Why is Good Design so Hard to Do?
An evening with George Aye from Chicago’s Greater Good Studio, July 31 st
July was a monumental month for SDN DC: we celebrated our third anniversary, our 700th member, and to top it all of, we were so fortunate to host George Aye. There were over 70 people in attendance and the audience was hooked from the beginning, as his talk started with the story of his own personal reckoning after designing both sugary Kool-Aid packets and insulin pens within a short time period.
He went on to discuss the limits of conventional design standards when practicing design in the social sector. Dieter Rams: 10 Principles of Good Design can help guide designers to solutions that impact human behavior, but design is not inherently good. As an example George shared Juul electronic cigarettes. Juul was designed as an alternative to traditional cigarettes, but in the end it was another way to capitalize on people’s addiction and to earn money. The designers of Juul, two Stanford Alumni product designers, could have checked all or most of the Principles of Good Design, yet they neglected to ensure their solution was ethical and improved a social issue.
This reality becomes more evident once design addresses more complex social issues, such as social determinants of health or systemic racism. In order to avoid using design for bad, George believes that we need to define what good design is and learn from the anthropologists, social workers, community organizers, and others that have been working in the social sector long before the designers arrived.
George went on to introduce a new framework that includes the following three principles of good design:
Good design honors reality
In honoring reality we recognize that people are the experts in their own lives and experiences and that this gives them unique and useful perspectives during the design process. We need to learn to value lived experience as much as learned experience, like graduate school or professional positions.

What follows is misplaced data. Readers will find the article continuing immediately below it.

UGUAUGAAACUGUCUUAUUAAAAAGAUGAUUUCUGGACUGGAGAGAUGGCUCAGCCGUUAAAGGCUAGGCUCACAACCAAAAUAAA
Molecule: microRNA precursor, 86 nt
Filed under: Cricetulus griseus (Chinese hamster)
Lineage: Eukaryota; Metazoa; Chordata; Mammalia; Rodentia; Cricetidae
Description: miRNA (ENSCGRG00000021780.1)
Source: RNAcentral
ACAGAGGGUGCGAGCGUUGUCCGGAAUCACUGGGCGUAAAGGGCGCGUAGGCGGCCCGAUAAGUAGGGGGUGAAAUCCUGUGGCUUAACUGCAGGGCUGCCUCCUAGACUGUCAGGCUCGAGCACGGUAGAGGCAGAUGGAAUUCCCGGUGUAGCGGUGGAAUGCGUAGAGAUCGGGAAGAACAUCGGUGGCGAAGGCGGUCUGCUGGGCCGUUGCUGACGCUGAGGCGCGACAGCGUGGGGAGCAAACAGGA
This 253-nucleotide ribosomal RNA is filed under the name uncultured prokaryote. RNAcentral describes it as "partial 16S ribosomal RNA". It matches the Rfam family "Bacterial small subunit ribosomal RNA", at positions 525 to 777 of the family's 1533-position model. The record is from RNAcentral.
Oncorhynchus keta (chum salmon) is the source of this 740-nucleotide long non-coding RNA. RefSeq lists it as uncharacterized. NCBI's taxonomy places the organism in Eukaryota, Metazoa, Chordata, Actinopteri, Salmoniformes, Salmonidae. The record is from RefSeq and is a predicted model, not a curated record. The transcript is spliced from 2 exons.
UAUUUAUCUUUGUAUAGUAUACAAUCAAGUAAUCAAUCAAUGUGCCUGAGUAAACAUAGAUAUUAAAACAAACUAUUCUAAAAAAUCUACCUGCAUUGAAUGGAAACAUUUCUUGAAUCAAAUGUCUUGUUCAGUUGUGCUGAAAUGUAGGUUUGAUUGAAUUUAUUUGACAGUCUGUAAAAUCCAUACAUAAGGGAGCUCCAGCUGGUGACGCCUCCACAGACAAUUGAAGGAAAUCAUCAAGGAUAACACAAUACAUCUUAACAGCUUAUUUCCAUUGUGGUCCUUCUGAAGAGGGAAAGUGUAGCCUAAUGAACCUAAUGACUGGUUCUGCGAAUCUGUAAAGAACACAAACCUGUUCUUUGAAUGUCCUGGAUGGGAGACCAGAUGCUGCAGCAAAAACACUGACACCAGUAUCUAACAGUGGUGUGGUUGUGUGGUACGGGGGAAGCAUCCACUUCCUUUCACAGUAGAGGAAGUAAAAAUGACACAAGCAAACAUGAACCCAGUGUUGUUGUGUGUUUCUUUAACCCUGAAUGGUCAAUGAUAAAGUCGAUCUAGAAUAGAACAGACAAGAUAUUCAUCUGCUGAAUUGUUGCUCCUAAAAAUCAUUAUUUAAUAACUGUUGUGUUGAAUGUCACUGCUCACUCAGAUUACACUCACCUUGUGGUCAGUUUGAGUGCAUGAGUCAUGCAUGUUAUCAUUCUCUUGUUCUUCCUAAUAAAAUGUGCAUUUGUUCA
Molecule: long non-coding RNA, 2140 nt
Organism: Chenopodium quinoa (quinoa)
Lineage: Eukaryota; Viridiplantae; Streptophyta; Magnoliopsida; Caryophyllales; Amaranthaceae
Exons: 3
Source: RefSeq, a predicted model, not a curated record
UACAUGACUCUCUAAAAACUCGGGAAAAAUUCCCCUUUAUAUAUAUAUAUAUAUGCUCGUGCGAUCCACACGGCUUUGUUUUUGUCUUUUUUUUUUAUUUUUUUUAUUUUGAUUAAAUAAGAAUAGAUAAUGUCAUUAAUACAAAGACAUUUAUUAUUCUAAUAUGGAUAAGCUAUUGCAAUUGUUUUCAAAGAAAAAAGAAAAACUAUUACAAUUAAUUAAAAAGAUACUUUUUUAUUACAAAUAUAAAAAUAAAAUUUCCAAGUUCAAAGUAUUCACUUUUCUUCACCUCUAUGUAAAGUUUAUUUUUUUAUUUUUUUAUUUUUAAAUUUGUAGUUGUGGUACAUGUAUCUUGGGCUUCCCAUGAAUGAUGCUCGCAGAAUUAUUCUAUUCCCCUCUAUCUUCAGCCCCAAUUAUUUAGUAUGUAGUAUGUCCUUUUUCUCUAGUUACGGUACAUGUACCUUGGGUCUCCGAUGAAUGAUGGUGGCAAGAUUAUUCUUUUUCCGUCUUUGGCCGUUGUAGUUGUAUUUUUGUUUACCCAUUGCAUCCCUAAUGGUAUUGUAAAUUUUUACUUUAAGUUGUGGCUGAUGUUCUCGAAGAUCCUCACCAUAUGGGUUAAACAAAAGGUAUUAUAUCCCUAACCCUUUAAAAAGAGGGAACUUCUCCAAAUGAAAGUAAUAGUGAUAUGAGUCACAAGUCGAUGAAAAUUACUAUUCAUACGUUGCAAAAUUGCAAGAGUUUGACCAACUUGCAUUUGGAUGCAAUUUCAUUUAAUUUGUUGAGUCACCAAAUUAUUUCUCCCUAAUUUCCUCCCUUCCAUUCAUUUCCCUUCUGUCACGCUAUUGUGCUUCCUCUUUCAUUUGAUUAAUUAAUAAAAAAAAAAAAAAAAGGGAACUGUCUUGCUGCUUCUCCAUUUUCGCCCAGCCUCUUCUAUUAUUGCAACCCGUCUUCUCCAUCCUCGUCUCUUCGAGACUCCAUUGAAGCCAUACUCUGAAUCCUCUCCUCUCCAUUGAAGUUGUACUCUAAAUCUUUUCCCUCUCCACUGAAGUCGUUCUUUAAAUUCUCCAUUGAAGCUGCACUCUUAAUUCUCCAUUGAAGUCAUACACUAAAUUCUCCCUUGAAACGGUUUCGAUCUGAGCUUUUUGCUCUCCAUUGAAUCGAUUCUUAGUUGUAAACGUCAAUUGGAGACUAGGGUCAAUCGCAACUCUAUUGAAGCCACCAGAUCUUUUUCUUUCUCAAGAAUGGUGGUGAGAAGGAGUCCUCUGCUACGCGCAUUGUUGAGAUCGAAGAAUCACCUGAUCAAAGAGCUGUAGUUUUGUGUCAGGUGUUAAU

2. Good design creates ownership
People are more likely to adopt a change if they are a part of making it. Involving community members in the design process empowers and equips them with skills to continue the work after the designers are gone.
3. Good design builds power
Often times, the people who are closest to the problem are the ones with the least power and end up on the receiving end of a design. As designers, we need to be aware of our own power and work to put the power in the hands of those we are seeking to help.
George’s talk gave the audience a lot to reflect on and the event ended with a discussion on identity and power that asked people to think about their own power, when they have had it taken away, when they have taken away someone else’s power, and when they gave it away intentionally. The conversations continued well beyond the end of the event and many attendees have remarked on the continued reflection that the event inspired in them.
To learn more, visit George’s article on this topic:
Many thanks to George Aye for an inspiring night that will be remembered for a long time. Thank you Fannie Mae for sponsoring an amazing event once again!